looked back since. After graduating from the highly regarded Prompt College of Music in
Cape Town, Ward was considered something of a teenage prodigy and was arguably the hottest
young guitarist in his country. Still in his teens, he had already played with heavyweight
South African and Mozambican jazz musicians, including Themba Mkhize, Jimmy Dludlu, Luis
Moreira, and Judith Sephuma. When guitarist Erik Paliani decided to leave Masekela's band
in 2008 to return to Malawi and pursue his dream of opening his own studio, his replacement
was obvious. Ward has seamlessly fit into the band and his youthful exuberance adds a great
counterpoint to Masekela's wise statesmanship.
Randall Skippers is a graduate of the vibrant Cape Town jazz scene. Born into a musical
family, his uncle is well-known jazz guitarist Derrick Skippers. From the age of 15,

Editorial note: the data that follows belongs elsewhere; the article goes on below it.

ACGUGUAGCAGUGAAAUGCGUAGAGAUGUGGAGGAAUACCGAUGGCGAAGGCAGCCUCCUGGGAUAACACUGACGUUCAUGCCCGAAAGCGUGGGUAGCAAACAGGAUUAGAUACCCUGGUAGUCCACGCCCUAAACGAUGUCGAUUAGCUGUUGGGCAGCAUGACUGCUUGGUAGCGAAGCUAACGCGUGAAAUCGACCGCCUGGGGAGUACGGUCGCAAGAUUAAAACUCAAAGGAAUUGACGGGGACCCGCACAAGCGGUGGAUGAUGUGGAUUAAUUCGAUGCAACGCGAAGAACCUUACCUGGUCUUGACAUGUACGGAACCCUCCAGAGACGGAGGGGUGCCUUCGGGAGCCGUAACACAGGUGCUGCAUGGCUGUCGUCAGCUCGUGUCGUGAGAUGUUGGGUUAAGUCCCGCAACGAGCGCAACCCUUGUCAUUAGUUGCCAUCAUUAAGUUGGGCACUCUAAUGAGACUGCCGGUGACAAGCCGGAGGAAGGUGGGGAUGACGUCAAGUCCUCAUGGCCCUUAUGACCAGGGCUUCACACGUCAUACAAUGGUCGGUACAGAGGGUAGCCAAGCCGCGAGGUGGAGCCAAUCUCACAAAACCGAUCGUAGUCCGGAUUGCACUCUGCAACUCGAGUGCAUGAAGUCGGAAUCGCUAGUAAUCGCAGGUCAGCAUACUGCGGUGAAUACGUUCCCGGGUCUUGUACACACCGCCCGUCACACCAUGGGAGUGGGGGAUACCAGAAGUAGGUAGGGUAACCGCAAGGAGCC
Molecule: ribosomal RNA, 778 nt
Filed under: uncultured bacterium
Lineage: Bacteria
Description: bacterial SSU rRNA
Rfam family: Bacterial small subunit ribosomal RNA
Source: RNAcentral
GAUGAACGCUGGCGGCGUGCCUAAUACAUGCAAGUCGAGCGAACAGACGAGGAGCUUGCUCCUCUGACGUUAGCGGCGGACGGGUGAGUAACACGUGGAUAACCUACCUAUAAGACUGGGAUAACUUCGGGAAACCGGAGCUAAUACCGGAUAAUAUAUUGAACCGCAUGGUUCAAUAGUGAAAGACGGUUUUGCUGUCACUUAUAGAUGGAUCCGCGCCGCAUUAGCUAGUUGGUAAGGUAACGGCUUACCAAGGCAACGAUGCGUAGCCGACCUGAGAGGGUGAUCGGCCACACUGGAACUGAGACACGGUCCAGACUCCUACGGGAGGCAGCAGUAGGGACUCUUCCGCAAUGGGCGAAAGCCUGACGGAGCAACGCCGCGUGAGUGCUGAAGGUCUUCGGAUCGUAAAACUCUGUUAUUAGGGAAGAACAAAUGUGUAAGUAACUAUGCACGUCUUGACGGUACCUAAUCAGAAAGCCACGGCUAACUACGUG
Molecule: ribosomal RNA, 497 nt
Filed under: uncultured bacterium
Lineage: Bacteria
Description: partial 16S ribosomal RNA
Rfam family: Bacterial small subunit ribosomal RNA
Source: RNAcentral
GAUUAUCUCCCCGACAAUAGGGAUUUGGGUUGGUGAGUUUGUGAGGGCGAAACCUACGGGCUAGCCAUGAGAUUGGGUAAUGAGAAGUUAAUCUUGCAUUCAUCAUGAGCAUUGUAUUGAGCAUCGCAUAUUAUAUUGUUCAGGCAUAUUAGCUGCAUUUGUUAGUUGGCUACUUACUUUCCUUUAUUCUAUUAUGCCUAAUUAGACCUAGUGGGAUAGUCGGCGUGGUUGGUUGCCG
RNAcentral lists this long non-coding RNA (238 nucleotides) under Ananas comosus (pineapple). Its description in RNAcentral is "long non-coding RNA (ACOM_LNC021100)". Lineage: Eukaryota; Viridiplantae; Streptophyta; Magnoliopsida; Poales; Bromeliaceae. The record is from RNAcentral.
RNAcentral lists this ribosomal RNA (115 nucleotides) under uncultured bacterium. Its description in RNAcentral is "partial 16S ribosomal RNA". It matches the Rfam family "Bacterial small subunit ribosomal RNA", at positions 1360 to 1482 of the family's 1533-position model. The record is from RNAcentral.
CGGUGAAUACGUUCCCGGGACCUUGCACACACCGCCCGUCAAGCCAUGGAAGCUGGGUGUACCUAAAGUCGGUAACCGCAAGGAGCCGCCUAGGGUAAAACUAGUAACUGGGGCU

Randall was part of his uncle's band. The young Skippers cut his teeth in Cape Town's
late-night jazz clubs, while also playing on Sunday mornings in the local church. His
desire to further his musical career led him to Johannesburg in 2003, and he quickly earned
a reputation among the local jazz cognoscente, playing with established artists like Ernie
Smith, Vusi Khumalo, Judith Sephuma, and Selaelo Selota. In 2007, he was brought to Hugh
Masekela's attention by Malawian producer-guitarist Erik Paliani (who was Masekela's
guitarist at the time). Masekela quickly recognized Skippers's skill and recruited him as a
fulltime band member.
Abednigo "Fana" Zulu
Widely regarded as South Africa's finest bass player, Fana Zulu has developed his own
unique style with his upside-down strung, six-string bass guitar. Born in Soweto (outside
Johannesburg) in 1961, Zulu started making his own guitars on the dusty township streets at
the age of 9, using pieces of wood, oil cans, and fishing wire. He picked up tips from